🙂 INCREDIBLE ruins! Absolute best is the octopus-like roots of a tree growing over the building entrance just before the inner moat at Angkor’s Ta Prohm site.
🙁 Young children being put out to beg by their parents.
We were up and enjoyed breakfast at 07h00 before our transfer to the airport for our 10h00 flight. At the airport we realised that we had lost the Canon camera!! Complete panic. We called the hotel but it was not there. I managed to get in touch with our driver – he had found it but not in time for our flight….he would get it transferred for us for our return – aaargh! But at least it was safe!
Our tour of Angkor Wat was by Tuk Tuk – highly recommended as such a great way to see the place as combined with walking.
Angkor is one of the most important archaeological sites in South-East Asia. Stretching over some 400 km2, including forested area, Angkor Archaeological Park contains the magnificent remains of the different capitals of the Khmer Empire, from the 9th to the 15th century. They include the famous Temple of Angkor Wat and, at Angkor Thom, the Bayon Temple with its countless sculptural decorations. UNESCO has set up a wide-ranging programme to safeguard this symbolic site and its surroundings.
Our first stop was Bayon – Though Bayon is now known to have been built by Jayavarman VII, for many years its origins were unknown. Shrouded in dense jungle, it also took researchers some time to realise that it stands in the exact centre of the city of Angkor Thom. There is still much mystery associated with Bayon – such as its exact function and symbolism – and this seems only appropriate for a monument whose signature is an enigmatic smiling face. Unlike Angkor Wat, which looks impressive from all angles, Bayon looks rather like a glorified pile of rubble from a distance. It’s only when you enter the temple and make your way up to the third level that its magic becomes apparent. Some say that the Khmer empire was divided into 54 provinces at the time of Bayon’s construction, hence the 54 pairs of all-seeing eyes keeping watch on the kingdom’s outlying subjects.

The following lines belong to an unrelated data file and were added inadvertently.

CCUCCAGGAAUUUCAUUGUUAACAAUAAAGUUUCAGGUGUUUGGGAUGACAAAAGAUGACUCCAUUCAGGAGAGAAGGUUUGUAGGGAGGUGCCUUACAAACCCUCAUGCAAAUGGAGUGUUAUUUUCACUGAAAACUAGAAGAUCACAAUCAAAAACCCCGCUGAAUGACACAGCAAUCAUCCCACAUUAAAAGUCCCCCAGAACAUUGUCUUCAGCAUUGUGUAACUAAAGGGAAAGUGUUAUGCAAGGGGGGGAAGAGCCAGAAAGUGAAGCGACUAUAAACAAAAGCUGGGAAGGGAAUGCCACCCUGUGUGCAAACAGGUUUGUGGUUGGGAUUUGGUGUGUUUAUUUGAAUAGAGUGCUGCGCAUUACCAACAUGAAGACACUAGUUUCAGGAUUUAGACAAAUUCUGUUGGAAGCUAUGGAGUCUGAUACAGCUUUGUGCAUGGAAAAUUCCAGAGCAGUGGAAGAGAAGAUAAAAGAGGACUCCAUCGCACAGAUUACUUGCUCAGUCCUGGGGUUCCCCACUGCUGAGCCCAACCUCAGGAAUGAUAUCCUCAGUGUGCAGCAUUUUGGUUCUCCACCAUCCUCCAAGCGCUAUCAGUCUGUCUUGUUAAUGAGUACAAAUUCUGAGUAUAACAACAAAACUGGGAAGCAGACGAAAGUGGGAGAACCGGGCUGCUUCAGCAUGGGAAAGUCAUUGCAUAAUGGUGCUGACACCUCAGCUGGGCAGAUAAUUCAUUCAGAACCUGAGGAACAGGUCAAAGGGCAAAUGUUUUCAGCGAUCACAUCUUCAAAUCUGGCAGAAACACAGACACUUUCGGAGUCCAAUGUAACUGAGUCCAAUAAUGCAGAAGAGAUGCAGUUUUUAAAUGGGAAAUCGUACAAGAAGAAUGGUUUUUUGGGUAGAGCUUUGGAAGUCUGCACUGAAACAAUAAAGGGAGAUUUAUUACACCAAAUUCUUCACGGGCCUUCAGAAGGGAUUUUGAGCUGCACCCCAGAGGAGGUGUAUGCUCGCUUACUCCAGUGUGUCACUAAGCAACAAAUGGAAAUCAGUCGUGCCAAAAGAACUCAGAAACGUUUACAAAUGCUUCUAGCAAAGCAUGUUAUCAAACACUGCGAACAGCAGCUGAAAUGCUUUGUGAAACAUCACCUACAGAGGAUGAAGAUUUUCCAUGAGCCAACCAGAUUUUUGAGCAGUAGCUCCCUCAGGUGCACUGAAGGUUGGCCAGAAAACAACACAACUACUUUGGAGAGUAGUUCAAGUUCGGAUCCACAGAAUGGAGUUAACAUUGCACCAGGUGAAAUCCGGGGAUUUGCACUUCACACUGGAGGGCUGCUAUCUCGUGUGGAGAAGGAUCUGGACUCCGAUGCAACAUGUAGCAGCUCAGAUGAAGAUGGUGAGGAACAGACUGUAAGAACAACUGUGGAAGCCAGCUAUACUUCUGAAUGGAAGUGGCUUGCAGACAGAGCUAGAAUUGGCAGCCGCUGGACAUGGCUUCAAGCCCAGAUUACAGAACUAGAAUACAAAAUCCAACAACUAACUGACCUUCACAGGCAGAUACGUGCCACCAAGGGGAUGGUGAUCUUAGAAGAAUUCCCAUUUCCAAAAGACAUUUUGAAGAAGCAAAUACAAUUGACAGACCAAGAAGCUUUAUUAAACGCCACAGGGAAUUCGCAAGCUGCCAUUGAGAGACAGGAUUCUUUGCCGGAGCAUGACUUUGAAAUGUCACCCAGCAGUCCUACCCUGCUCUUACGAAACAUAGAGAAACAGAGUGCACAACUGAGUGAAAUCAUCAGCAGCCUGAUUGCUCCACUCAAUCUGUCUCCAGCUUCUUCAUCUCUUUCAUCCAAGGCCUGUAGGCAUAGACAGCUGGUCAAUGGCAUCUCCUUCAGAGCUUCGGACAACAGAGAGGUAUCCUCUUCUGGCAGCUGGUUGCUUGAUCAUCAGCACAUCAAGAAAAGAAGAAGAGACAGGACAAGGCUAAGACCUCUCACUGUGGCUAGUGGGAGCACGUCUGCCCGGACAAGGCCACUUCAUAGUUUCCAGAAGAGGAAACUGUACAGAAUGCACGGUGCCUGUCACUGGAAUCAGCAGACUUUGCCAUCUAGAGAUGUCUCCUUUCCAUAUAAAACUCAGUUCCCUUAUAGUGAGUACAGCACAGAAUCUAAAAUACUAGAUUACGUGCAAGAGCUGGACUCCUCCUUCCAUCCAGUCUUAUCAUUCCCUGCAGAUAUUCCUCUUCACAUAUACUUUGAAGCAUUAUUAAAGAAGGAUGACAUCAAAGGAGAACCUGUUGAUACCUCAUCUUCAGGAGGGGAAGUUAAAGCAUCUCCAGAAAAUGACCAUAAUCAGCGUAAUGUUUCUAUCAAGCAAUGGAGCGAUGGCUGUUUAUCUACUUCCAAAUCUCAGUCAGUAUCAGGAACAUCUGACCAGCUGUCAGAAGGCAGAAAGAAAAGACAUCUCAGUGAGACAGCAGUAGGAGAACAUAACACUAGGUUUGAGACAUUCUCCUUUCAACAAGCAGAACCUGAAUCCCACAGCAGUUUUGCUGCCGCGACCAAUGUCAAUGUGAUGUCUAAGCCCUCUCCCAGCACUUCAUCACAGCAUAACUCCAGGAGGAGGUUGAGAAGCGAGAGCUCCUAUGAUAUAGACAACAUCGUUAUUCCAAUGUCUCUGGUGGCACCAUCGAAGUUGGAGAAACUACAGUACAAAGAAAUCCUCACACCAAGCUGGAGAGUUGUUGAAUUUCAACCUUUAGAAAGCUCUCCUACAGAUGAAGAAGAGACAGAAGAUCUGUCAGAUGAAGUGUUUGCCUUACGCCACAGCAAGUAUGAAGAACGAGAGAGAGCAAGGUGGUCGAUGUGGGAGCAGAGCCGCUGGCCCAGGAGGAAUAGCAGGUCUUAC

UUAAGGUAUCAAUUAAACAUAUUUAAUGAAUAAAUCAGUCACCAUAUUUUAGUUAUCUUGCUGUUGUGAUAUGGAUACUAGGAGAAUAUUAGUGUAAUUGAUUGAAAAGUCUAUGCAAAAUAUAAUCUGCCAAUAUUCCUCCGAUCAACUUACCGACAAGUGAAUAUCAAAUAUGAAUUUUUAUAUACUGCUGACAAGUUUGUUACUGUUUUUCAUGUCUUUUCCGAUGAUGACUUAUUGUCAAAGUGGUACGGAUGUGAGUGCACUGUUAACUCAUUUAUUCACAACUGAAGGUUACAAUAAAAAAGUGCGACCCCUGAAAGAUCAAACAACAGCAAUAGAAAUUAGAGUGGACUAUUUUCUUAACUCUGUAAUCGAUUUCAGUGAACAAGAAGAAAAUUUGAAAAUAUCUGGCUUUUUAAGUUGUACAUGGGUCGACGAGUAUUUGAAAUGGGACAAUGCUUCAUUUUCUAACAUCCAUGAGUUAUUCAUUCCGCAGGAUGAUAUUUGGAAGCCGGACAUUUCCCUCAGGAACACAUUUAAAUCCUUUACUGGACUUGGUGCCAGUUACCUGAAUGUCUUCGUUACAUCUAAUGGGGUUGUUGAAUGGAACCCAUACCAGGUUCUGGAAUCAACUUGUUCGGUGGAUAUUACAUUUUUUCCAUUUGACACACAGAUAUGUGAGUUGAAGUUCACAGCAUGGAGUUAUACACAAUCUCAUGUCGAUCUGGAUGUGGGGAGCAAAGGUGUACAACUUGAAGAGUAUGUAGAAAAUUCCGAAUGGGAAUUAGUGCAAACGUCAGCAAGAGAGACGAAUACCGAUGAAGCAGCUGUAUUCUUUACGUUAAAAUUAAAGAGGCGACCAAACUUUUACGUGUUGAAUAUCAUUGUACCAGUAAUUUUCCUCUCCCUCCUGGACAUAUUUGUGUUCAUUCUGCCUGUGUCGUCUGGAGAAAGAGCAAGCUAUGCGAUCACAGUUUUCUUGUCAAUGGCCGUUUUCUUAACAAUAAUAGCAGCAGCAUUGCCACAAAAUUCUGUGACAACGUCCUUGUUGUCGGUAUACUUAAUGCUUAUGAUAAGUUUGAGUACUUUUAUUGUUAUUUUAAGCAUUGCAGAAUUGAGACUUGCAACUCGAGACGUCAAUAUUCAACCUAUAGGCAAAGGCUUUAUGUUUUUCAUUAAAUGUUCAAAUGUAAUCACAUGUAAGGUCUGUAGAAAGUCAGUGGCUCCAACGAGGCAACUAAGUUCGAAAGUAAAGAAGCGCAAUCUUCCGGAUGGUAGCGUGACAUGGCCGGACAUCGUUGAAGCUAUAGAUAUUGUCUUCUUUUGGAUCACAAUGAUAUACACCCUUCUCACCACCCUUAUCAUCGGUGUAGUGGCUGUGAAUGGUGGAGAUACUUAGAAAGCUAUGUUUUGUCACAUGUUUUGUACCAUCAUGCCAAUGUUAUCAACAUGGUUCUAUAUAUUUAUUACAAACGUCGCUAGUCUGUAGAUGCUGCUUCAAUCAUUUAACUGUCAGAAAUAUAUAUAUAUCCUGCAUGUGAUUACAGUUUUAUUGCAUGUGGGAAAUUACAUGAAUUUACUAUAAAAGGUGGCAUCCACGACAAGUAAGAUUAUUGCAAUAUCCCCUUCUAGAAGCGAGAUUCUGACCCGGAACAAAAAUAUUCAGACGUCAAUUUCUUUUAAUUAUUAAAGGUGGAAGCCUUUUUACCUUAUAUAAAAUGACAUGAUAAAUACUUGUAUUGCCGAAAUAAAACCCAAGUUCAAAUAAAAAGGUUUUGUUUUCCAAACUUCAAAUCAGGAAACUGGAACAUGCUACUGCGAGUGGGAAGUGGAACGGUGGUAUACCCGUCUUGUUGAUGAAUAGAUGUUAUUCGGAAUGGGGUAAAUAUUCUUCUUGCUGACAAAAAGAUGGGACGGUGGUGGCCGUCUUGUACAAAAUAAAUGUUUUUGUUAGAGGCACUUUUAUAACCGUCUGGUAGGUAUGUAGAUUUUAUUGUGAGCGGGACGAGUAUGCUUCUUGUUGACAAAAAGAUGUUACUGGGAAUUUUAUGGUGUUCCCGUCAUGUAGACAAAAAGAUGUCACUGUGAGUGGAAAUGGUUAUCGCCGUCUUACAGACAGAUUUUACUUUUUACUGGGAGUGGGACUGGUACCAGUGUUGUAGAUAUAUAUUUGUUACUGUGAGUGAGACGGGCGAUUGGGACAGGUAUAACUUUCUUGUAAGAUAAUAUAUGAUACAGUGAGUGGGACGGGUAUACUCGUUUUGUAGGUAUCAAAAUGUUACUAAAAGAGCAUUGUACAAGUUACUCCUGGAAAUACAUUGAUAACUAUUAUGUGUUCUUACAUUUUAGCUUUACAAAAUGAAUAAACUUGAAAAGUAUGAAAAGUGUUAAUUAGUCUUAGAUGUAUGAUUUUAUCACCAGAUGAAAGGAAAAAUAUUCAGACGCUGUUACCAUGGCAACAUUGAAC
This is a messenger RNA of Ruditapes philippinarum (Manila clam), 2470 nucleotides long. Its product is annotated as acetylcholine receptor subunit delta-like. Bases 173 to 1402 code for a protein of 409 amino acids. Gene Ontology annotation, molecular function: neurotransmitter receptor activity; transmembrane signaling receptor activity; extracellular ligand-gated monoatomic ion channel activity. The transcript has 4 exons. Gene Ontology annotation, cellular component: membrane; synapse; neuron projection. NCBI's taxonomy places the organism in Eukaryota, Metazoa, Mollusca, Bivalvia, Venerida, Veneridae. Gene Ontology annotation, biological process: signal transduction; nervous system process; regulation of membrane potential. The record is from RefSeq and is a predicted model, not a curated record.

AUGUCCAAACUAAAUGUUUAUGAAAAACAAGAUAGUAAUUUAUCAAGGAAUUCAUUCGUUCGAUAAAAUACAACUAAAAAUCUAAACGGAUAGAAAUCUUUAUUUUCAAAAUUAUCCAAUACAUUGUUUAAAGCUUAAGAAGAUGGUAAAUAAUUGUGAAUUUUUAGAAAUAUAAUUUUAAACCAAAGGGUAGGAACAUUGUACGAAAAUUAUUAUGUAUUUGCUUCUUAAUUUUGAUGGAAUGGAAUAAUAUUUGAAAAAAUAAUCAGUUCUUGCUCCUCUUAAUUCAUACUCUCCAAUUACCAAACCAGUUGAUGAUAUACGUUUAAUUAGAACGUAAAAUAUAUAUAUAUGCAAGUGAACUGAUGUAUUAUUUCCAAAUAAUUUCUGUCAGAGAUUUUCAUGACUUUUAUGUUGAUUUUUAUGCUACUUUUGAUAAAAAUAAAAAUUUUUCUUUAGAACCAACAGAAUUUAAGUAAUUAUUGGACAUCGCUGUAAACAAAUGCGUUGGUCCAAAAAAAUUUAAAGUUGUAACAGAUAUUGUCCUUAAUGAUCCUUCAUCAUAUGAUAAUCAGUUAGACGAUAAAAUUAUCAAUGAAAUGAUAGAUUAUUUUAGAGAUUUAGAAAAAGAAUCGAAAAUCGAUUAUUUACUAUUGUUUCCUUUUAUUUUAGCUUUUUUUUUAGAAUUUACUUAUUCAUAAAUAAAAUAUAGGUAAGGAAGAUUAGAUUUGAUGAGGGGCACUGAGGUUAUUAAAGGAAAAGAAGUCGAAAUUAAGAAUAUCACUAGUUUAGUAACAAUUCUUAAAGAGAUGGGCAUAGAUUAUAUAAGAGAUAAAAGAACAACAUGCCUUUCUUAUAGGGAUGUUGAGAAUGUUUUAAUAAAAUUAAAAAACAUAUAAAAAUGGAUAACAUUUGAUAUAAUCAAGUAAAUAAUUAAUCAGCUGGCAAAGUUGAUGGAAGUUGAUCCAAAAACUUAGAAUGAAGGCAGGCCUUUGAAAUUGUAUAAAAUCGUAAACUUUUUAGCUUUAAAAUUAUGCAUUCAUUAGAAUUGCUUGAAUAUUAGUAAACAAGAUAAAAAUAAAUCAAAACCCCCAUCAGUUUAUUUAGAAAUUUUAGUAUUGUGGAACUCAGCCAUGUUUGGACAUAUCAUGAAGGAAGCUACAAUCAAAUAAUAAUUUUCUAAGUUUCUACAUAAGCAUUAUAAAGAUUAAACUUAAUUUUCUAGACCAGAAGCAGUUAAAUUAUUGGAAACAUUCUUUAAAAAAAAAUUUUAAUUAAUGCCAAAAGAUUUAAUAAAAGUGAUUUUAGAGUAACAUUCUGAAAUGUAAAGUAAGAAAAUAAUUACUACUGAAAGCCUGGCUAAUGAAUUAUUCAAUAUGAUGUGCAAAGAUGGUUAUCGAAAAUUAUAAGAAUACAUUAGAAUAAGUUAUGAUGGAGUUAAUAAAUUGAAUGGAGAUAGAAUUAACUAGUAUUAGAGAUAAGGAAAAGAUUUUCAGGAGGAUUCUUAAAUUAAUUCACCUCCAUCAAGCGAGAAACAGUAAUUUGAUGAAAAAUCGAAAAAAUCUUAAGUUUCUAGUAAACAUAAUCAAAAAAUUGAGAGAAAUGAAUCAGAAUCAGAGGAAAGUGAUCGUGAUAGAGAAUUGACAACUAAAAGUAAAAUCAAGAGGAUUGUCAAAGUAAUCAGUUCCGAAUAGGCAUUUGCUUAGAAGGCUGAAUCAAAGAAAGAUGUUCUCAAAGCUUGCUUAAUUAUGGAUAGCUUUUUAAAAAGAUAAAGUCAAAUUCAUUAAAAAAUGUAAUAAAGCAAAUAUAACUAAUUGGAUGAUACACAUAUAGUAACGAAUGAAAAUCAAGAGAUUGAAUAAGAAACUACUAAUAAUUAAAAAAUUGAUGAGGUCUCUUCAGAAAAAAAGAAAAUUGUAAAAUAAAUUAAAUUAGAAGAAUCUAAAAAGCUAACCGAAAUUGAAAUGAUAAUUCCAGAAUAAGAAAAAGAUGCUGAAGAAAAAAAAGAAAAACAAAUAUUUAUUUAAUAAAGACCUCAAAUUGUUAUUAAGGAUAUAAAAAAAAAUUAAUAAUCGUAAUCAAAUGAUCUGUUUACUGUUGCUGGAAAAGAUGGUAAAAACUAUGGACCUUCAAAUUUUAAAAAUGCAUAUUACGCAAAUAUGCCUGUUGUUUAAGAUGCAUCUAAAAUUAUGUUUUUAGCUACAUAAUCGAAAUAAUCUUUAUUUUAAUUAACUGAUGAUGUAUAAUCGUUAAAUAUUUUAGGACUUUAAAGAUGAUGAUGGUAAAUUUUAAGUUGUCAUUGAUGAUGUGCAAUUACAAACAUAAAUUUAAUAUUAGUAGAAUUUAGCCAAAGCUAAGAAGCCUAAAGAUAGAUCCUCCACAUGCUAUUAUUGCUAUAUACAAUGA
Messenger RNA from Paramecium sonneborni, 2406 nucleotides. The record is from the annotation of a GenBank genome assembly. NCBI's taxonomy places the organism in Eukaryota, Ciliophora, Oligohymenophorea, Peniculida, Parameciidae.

Angkor Wat – built by Suryavarman II (r 1113–50) – is the earthly representation of Mount Meru, the Mount Olympus of the Hindu faith, and the abode of ancient gods. The Cambodian god-kings of old each strove to better their ancestors’ structures in size, scale, and symmetry, culminating in what is believed to be the world’s largest religious building.
The temple is the heart and soul of Cambodia and a source of fierce national pride. Unlike the other Angkor monuments, it was never abandoned to the elements and has been in virtually continuous use since it was built.
We received a blessing from the Monks.
Ta Prohm was built as a double-moated, royal monastery during the reign of Jayavarman VII at the end of the twelfth century. As a Mahayana Buddhist, the king dedicated the monument to his mother envisioned as a “bodhisattva” or saint of compassion. The images of Buddha himself were removed from the temple by Jayavarman VII’s successor, Jayavarman VIII, who was a Hindu. When French explorers first discovered the overgrown buildings at the ancient capital of Angkor in the late 1800s, much of the area was completely covered by forest. In particular, the roots of strangler figs, kapok, and banyan trees aggressively encompassed the Angkor structures.
It was time for a beer after the heat of the day! Then back to our hotel and out and about.
Charlotte and I had a massage
and then headed to Pub Street which was a vibrant and happening place!
Dinner was delicious
We then had some of the famed ice cream rolls
Then we headed to a bar for a nightcap
It is hilarious – this tune came on and everyone streamed out of all the bars and clubs to go and dance in the street! 🙂
Go to: Cambodia
Go Back to: Phnom Penh